Rabbi Abraham Joshua Heschel (1907—1972) gave us the metaphor of the Jewish Sabbath (Shabbat) as a “palace in time.” Shabbat offers the opportunity to withdraw from our daily blur of achievement and acquisition. In a Jewish home, Shabbat dinner becomes the culinary and social vestibule of Heschel’s palace in time.
Not all Jews have Shabbat dinner and for those who do, each weekly celebration reflects the values and priorities of those around the table. Every Shabbat dinner, however, has these three hallmark blessings: over candles, over wine, and over two braided loaves of bread (challah.)
When I light the Shabbat candles, it is a powerful connection to Jewish women across time and space who have done and continue to do the same, bringing spiritual and loving light into our homes each week. The blessing over the wine declares the sanctity of the Sabbath, acknowledges the Divine’s ceasing from Creation on the seventh day, and offers gratitude for this weekly opportunity to withdraw into this palace of time. Motzi — the blessing over the challot (plural of challah) — praises God who brings forth bread from the earth. There is much rabbinic discussion about this reference since it is grain, not bread, that is harvested from the earth. In addition to being a blessing of gratitude, the Motzi refers to the messianic age when bread will be plentiful to all and none will go hungry.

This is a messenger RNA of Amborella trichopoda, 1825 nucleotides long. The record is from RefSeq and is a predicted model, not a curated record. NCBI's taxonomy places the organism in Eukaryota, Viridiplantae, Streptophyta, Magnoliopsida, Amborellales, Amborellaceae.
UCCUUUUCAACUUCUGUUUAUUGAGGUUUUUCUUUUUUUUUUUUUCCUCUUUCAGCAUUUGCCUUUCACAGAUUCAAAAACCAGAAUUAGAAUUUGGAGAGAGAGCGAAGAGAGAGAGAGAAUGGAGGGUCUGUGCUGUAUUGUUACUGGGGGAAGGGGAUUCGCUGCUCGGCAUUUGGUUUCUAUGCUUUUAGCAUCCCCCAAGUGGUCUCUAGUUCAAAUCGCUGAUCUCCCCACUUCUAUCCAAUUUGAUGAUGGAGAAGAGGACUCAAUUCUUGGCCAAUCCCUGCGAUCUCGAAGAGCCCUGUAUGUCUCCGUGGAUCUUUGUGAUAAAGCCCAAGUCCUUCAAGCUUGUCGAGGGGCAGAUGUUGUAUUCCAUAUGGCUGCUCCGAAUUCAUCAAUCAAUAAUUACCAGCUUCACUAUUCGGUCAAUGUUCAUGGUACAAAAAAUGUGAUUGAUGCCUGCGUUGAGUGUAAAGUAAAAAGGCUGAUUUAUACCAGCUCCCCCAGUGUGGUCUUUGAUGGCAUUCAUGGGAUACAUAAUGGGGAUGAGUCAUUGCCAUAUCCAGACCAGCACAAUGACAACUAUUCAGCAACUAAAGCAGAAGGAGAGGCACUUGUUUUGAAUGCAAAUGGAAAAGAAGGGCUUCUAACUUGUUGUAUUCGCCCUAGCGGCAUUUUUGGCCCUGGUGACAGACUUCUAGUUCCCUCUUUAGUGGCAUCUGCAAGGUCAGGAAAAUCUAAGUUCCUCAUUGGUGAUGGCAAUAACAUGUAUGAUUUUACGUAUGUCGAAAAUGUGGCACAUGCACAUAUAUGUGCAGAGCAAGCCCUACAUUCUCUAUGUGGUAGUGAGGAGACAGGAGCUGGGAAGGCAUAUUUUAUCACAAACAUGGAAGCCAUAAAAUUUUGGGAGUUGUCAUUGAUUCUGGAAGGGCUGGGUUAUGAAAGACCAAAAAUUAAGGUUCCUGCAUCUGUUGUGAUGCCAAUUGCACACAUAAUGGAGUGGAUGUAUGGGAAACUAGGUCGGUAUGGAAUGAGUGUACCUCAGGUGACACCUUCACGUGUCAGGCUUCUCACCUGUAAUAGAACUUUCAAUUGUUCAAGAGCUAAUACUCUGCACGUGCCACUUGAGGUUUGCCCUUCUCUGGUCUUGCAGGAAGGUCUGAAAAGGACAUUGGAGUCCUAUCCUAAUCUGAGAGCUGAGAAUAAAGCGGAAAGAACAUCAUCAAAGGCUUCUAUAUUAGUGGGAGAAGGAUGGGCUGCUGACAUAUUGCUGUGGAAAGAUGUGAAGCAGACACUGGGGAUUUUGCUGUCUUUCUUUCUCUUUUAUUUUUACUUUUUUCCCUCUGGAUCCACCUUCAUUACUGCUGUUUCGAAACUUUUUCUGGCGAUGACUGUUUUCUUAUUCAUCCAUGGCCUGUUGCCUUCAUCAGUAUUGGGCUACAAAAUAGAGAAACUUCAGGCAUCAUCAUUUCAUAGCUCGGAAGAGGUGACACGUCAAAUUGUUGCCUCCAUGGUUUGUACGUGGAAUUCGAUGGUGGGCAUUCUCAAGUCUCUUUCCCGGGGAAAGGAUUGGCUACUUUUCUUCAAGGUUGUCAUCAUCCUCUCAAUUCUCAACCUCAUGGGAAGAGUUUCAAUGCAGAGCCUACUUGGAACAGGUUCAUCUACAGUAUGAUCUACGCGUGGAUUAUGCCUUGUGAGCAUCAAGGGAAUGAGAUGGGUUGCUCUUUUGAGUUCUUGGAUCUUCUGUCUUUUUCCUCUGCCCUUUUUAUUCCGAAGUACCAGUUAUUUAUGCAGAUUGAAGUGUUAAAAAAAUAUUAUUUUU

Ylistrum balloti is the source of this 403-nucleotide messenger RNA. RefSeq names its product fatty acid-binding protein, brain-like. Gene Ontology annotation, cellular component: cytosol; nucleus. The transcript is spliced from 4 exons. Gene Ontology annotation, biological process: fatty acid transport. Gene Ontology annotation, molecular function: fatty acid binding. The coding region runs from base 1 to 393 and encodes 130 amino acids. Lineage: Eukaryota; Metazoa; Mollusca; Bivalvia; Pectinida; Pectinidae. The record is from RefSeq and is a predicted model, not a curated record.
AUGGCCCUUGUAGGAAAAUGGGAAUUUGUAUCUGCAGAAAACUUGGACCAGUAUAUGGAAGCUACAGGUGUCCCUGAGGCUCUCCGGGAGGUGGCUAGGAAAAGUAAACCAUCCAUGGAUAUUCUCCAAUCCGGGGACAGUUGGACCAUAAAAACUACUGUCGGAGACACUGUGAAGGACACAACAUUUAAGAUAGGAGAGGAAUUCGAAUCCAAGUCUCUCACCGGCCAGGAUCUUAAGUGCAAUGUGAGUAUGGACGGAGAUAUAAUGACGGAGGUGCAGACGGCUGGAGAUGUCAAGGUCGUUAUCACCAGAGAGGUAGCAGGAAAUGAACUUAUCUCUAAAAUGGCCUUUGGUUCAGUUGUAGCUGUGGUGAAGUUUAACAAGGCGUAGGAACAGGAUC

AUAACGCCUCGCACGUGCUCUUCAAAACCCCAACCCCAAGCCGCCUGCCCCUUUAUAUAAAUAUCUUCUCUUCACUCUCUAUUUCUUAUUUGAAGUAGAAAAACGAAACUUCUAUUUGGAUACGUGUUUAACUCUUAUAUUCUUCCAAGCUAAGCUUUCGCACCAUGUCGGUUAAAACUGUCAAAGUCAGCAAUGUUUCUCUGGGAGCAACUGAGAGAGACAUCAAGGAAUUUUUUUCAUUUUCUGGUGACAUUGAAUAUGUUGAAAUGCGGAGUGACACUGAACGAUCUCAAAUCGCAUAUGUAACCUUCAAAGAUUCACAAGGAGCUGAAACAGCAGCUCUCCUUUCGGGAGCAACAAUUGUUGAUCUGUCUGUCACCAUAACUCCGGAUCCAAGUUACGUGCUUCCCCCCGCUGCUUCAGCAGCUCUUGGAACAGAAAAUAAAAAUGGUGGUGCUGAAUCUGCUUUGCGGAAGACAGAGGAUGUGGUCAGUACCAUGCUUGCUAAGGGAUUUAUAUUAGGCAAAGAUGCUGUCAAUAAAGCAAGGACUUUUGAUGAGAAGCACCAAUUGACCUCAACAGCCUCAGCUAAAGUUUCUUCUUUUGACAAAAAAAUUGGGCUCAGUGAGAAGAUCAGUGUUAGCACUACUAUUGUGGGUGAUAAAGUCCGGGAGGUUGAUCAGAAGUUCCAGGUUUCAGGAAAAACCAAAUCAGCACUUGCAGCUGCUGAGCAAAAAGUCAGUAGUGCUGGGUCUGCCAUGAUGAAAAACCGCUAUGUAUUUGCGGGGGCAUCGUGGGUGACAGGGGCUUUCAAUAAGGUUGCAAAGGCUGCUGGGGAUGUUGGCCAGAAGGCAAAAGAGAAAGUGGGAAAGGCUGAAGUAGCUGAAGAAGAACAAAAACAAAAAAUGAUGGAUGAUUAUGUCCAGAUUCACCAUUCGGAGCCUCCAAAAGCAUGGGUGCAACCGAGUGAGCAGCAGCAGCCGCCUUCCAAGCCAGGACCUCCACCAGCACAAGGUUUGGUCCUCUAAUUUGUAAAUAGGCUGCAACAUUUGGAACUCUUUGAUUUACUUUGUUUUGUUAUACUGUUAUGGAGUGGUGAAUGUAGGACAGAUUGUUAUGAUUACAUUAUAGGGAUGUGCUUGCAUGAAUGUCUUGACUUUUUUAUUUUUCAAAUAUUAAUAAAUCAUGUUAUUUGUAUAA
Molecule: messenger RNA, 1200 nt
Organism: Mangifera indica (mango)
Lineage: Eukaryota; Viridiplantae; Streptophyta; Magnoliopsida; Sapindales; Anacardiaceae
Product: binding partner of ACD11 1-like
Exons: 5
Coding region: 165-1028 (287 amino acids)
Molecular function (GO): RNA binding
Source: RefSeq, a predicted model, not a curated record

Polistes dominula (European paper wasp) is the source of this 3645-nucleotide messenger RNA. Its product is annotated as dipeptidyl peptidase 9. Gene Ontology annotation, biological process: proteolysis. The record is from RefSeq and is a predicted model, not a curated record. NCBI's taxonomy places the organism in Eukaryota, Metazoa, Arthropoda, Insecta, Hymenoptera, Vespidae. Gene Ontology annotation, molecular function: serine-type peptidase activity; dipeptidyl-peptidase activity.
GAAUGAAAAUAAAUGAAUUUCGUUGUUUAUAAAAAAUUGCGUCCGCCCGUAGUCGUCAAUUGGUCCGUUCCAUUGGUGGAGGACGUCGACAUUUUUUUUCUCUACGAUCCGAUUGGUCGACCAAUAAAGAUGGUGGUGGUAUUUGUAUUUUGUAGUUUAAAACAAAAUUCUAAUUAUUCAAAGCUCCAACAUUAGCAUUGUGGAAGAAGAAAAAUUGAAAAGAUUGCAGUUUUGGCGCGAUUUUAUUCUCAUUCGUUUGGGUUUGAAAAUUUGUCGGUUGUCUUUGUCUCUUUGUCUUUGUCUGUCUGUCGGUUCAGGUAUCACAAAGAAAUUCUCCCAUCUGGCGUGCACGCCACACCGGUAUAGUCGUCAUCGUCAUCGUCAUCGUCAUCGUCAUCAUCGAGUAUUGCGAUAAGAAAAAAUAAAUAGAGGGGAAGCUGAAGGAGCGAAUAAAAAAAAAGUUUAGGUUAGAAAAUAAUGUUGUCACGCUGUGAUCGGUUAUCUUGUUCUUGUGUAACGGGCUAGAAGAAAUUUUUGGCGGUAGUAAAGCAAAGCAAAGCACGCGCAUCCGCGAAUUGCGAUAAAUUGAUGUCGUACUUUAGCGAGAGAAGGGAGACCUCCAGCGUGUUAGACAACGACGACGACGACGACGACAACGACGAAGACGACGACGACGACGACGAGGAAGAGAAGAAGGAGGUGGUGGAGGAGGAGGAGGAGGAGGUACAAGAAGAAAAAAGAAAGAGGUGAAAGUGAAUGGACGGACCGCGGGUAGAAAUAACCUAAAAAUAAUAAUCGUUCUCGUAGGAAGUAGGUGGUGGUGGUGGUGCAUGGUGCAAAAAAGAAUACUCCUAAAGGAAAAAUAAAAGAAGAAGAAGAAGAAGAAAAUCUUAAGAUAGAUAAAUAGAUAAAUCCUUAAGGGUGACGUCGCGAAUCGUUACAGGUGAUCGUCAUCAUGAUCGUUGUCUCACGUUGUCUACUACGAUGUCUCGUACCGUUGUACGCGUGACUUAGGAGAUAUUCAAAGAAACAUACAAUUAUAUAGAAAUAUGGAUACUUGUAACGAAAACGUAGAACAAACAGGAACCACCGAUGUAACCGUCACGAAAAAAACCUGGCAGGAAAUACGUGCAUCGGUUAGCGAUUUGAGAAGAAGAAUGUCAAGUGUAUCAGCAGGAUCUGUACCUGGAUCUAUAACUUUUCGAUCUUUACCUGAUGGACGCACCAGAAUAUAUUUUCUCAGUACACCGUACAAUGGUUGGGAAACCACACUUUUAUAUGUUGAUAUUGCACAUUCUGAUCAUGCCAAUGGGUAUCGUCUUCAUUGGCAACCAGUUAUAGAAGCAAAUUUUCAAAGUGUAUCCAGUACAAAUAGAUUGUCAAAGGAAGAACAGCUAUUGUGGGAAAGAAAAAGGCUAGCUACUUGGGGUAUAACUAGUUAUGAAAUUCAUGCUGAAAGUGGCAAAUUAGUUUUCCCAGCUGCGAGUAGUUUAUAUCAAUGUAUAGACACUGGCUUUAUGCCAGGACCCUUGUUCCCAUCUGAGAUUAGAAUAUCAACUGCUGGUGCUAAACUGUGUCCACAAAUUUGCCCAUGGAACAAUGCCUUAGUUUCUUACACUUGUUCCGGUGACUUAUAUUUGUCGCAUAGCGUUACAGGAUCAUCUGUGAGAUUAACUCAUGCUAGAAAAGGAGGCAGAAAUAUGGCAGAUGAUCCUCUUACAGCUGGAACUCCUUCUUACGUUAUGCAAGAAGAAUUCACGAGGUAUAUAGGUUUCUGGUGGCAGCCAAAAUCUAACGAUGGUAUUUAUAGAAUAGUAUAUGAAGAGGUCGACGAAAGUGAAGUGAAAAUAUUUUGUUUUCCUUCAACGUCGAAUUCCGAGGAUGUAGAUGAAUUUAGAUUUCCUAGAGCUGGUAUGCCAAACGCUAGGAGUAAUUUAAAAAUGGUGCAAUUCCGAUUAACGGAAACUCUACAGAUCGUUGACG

When our children were little, we shared Shabbat dinner with other families. These round robin potluck gatherings became part of the rhythm of our days. Each week there was conversation and ritual, great food, laughter, occasional sleepovers for the kids. Week after week we built a community that is now extending into the third generation as our children (geography permitting) share an occasional Shabbat dinner and their children have begun to form friendships.
For now, it’s just my husband and me for Shabbat dinner. Sometimes we share blessings with our kids and grandkids via Zoom; eventually we will be able to gather with our friends once again. Until then, this weekly tradition sustains us as it has sustained Jews for centuries. Amen.
artwork, 1997, courtesy of Emma Darvick